Thursday, August 27, 2009

I Dislike when Others Make Mistakes

I freely admit that I make errors. When it comes to the written and spoken word, in English, anyway, I’m less prone to them than many, but it does happen. So there’s some truth to the statement “Mike makes mistakes, but objects when others do it.” Because here’s the difference – I make an effort to correct my mistakes, and I make an extra effort to ensure that any sort of “formal” document that’s intended for public distribution, for marketing purposes, or as part of a formal document for which I am being paid is as error-free as possible. I’m probably not entirely alone in this, but it’s starting to look as if I may be.

I took my wife out for dinner and a movie last weekend, and throughout the afternoon my tender eyes suffered one vicious assault after another in the form of my mother tongue being mutilated like cattle in a UFO. One sign at the mall proclaimed that you could have your slushy flavored like Banana’s. Like a banana’s what, I ask.

So, as I said, throughout the day I was subjected to one spelling or grammatical error after the next. At the restaurant, for instance, the back page of the menu explained the history of the company and misused the contraction for “it is.” It was the fifth or sixth such error I’d noticed during the day, and I was emphatically not looking for them.

They weren’t egregious, nor did they change the meaning of the document in a way that the reader was likely to be confused. It was just so deplorably lazy. In each case, it would have taken a few minutes at most to have a second reader glance over the copy before it was printed, published, and distributed. I mean for chrissakes, there were eight damn words at most on the “Banana’s” sign. Somebody paid good money to have a sign painted that contained a big glaring mistake right there on it, then proudly displayed that sign outside their business. Somebody paid good money to have hundreds of those menus printed and shipped to restaurants across thirteen states and that wasn’t even the sole error I noticed, just the first.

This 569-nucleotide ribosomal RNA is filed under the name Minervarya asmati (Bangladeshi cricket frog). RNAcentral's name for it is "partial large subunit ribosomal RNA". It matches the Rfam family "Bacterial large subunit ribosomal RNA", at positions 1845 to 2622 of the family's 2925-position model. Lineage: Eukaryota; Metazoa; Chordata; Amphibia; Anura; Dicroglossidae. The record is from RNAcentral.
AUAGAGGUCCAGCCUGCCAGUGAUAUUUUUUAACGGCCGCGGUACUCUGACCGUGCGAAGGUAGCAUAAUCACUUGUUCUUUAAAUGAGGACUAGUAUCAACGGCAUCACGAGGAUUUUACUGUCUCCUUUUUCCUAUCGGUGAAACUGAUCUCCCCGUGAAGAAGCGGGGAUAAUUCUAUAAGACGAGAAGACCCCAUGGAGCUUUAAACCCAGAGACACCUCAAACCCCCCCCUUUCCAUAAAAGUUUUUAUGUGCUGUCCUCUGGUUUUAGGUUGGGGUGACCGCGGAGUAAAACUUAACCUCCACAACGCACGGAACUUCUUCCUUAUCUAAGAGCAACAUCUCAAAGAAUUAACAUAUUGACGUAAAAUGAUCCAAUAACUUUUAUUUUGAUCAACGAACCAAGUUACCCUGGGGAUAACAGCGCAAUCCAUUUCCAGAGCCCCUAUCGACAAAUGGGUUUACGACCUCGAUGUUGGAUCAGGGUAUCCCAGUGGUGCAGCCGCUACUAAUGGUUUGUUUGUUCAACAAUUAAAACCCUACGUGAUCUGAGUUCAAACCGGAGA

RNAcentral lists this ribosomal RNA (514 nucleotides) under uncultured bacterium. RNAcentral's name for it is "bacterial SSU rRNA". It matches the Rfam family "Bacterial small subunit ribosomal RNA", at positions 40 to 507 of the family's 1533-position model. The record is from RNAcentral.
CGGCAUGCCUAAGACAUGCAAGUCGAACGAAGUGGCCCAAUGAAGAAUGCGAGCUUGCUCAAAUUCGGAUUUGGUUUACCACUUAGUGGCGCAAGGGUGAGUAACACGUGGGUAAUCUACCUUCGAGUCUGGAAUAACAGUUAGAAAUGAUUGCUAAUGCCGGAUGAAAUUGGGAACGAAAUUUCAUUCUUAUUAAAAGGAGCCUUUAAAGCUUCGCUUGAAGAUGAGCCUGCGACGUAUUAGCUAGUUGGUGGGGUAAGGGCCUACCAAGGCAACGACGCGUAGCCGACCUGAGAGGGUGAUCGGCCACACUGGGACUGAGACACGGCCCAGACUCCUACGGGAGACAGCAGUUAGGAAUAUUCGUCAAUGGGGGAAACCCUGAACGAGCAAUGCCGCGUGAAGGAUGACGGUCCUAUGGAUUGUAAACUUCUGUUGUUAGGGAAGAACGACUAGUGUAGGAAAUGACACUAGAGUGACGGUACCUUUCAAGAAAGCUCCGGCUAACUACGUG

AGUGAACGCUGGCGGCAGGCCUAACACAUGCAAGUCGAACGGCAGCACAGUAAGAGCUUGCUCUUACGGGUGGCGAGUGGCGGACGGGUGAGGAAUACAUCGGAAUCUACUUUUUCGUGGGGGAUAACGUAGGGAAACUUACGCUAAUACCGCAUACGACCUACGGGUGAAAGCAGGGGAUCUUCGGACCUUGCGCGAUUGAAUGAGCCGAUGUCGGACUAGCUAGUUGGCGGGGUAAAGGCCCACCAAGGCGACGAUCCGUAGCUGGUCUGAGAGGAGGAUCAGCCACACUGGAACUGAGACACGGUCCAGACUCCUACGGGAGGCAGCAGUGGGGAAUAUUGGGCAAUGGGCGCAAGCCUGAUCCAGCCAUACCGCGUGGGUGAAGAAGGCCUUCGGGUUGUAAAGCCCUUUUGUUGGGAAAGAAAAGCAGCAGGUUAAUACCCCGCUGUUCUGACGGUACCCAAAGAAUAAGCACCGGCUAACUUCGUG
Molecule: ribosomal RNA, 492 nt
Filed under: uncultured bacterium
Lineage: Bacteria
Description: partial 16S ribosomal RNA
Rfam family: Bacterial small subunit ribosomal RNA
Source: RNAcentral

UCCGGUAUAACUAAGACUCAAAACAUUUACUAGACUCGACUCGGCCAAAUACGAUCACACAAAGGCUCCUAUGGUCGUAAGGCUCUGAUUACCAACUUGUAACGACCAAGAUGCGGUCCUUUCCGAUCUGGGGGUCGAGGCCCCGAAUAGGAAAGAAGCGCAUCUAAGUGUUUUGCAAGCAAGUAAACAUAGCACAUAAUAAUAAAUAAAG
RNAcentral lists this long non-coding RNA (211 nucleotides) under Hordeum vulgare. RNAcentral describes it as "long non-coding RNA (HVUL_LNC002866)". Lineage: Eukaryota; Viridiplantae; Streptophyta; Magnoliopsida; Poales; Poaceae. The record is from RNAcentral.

It has never been easier to proof a document than it is today. Modern word-processors will handle virtually all of the most common spelling errors. Sadly, the grammar-check is much less reliable, but then there’s the Internet for detailed and diabolically simple descriptions, rules and examples for every grammatical quandary a writer is likely to experience.

But I count this as yet another proof of the decline of western civilization – that people who are using words in an attempt to promote their products and make money can’t even be bothered to ensure that the words are used properly when it’s so simple to do it right can only suggest a level of decay and ruin not seen since the last days of Rome. It’s symptomatic, I think, of a crumbling of the intellectual fiber of our society combined with a disregard, nay a disdain, for the kind of pride of craftsmanship that has been replaced with the lamentable sentiment of “meh, good enough.” Well, it’s not good enough for me, and I will continue to dislike it when others make mistakes.


  1. The other day I walked past a school. The sign out front declared "Next week: Can Food Drive"

    To which I thought: I don't know, can it?

    Ken in Orlando

  2. Hahaha! Nice response!

    It doesn't so much bother me that the sign was wrong - I can assume that a non-educator was responsible. But how many actual teachers drove past that every single day and let it slide? Gah!